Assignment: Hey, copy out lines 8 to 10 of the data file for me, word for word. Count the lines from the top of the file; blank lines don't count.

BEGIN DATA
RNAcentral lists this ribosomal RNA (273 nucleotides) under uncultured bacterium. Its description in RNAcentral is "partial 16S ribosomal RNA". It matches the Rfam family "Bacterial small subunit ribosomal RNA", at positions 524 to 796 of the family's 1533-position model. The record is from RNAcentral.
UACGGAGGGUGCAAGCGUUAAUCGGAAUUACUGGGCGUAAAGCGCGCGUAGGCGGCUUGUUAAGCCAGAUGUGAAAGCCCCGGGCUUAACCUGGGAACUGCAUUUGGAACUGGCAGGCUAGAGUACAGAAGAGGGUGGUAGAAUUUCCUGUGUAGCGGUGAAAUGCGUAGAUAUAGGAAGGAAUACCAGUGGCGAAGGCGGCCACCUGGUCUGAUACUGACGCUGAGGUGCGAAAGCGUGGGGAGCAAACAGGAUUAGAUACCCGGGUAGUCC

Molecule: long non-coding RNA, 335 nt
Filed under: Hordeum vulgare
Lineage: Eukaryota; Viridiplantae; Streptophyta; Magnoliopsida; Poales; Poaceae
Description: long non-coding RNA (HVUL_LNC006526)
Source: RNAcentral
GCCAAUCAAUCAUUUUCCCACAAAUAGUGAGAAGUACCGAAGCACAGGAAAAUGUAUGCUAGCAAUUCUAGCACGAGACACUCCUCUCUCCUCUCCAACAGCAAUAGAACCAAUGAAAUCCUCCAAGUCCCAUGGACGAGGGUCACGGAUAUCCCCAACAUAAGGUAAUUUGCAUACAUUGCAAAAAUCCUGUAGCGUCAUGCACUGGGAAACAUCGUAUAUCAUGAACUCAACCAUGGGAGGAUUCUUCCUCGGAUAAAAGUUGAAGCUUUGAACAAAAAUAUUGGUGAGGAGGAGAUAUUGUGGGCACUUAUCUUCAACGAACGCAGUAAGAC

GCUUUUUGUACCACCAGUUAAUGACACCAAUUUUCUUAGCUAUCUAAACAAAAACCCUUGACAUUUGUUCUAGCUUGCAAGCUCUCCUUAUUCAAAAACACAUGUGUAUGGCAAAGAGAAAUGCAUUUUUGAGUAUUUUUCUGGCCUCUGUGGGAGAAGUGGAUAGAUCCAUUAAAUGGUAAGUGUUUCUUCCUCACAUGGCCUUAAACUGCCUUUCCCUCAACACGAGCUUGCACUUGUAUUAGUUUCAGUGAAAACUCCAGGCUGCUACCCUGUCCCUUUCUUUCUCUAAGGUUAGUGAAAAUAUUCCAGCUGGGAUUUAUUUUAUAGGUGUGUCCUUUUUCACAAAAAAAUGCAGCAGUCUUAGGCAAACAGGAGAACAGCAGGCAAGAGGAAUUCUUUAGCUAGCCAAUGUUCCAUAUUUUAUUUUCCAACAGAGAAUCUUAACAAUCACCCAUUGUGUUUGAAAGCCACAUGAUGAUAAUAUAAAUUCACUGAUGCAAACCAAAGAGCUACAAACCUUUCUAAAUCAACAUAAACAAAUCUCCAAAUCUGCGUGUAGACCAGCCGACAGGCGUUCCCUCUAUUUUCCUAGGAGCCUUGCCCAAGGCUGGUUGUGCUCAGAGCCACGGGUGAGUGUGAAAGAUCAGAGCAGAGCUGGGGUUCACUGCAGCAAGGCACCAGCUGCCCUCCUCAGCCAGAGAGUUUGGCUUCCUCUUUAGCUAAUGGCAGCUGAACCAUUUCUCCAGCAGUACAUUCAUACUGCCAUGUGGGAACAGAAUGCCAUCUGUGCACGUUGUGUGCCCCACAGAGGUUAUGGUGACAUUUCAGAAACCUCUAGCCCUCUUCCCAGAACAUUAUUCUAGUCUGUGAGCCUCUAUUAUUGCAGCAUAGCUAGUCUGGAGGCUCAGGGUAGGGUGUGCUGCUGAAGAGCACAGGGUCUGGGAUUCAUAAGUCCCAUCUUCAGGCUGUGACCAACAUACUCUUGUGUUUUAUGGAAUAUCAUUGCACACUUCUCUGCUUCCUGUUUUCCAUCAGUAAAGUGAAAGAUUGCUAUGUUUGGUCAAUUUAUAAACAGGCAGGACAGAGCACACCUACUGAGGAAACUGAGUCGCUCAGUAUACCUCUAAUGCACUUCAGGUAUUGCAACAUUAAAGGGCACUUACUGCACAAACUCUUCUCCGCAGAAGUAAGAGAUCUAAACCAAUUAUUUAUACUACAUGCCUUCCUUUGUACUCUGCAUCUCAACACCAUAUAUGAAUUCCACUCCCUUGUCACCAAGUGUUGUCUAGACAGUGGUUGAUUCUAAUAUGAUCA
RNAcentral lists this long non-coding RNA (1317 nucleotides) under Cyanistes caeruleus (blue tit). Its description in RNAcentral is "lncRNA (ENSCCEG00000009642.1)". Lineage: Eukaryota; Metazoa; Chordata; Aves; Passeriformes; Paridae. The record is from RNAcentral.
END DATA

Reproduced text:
GCCAAUCAAUCAUUUUCCCACAAAUAGUGAGAAGUACCGAAGCACAGGAAAAUGUAUGCUAGCAAUUCUAGCACGAGACACUCCUCUCUCCUCUCCAACAGCAAUAGAACCAAUGAAAUCCUCCAAGUCCCAUGGACGAGGGUCACGGAUAUCCCCAACAUAAGGUAAUUUGCAUACAUUGCAAAAAUCCUGUAGCGUCAUGCACUGGGAAACAUCGUAUAUCAUGAACUCAACCAUGGGAGGAUUCUUCCUCGGAUAAAAGUUGAAGCUUUGAACAAAAAUAUUGGUGAGGAGGAGAUAUUGUGGGCACUUAUCUUCAACGAACGCAGUAAGAC

GCUUUUUGUACCACCAGUUAAUGACACCAAUUUUCUUAGCUAUCUAAACAAAAACCCUUGACAUUUGUUCUAGCUUGCAAGCUCUCCUUAUUCAAAAACACAUGUGUAUGGCAAAGAGAAAUGCAUUUUUGAGUAUUUUUCUGGCCUCUGUGGGAGAAGUGGAUAGAUCCAUUAAAUGGUAAGUGUUUCUUCCUCACAUGGCCUUAAACUGCCUUUCCCUCAACACGAGCUUGCACUUGUAUUAGUUUCAGUGAAAACUCCAGGCUGCUACCCUGUCCCUUUCUUUCUCUAAGGUUAGUGAAAAUAUUCCAGCUGGGAUUUAUUUUAUAGGUGUGUCCUUUUUCACAAAAAAAUGCAGCAGUCUUAGGCAAACAGGAGAACAGCAGGCAAGAGGAAUUCUUUAGCUAGCCAAUGUUCCAUAUUUUAUUUUCCAACAGAGAAUCUUAACAAUCACCCAUUGUGUUUGAAAGCCACAUGAUGAUAAUAUAAAUUCACUGAUGCAAACCAAAGAGCUACAAACCUUUCUAAAUCAACAUAAACAAAUCUCCAAAUCUGCGUGUAGACCAGCCGACAGGCGUUCCCUCUAUUUUCCUAGGAGCCUUGCCCAAGGCUGGUUGUGCUCAGAGCCACGGGUGAGUGUGAAAGAUCAGAGCAGAGCUGGGGUUCACUGCAGCAAGGCACCAGCUGCCCUCCUCAGCCAGAGAGUUUGGCUUCCUCUUUAGCUAAUGGCAGCUGAACCAUUUCUCCAGCAGUACAUUCAUACUGCCAUGUGGGAACAGAAUGCCAUCUGUGCACGUUGUGUGCCCCACAGAGGUUAUGGUGACAUUUCAGAAACCUCUAGCCCUCUUCCCAGAACAUUAUUCUAGUCUGUGAGCCUCUAUUAUUGCAGCAUAGCUAGUCUGGAGGCUCAGGGUAGGGUGUGCUGCUGAAGAGCACAGGGUCUGGGAUUCAUAAGUCCCAUCUUCAGGCUGUGACCAACAUACUCUUGUGUUUUAUGGAAUAUCAUUGCACACUUCUCUGCUUCCUGUUUUCCAUCAGUAAAGUGAAAGAUUGCUAUGUUUGGUCAAUUUAUAAACAGGCAGGACAGAGCACACCUACUGAGGAAACUGAGUCGCUCAGUAUACCUCUAAUGCACUUCAGGUAUUGCAACAUUAAAGGGCACUUACUGCACAAACUCUUCUCCGCAGAAGUAAGAGAUCUAAACCAAUUAUUUAUACUACAUGCCUUCCUUUGUACUCUGCAUCUCAACACCAUAUAUGAAUUCCACUCCCUUGUCACCAAGUGUUGUCUAGACAGUGGUUGAUUCUAAUAUGAUCA
RNAcentral lists this long non-coding RNA (1317 nucleotides) under Cyanistes caeruleus (blue tit). Its description in RNAcentral is "lncRNA (ENSCCEG00000009642.1)". Lineage: Eukaryota; Metazoa; Chordata; Aves; Passeriformes; Paridae. The record is from RNAcentral.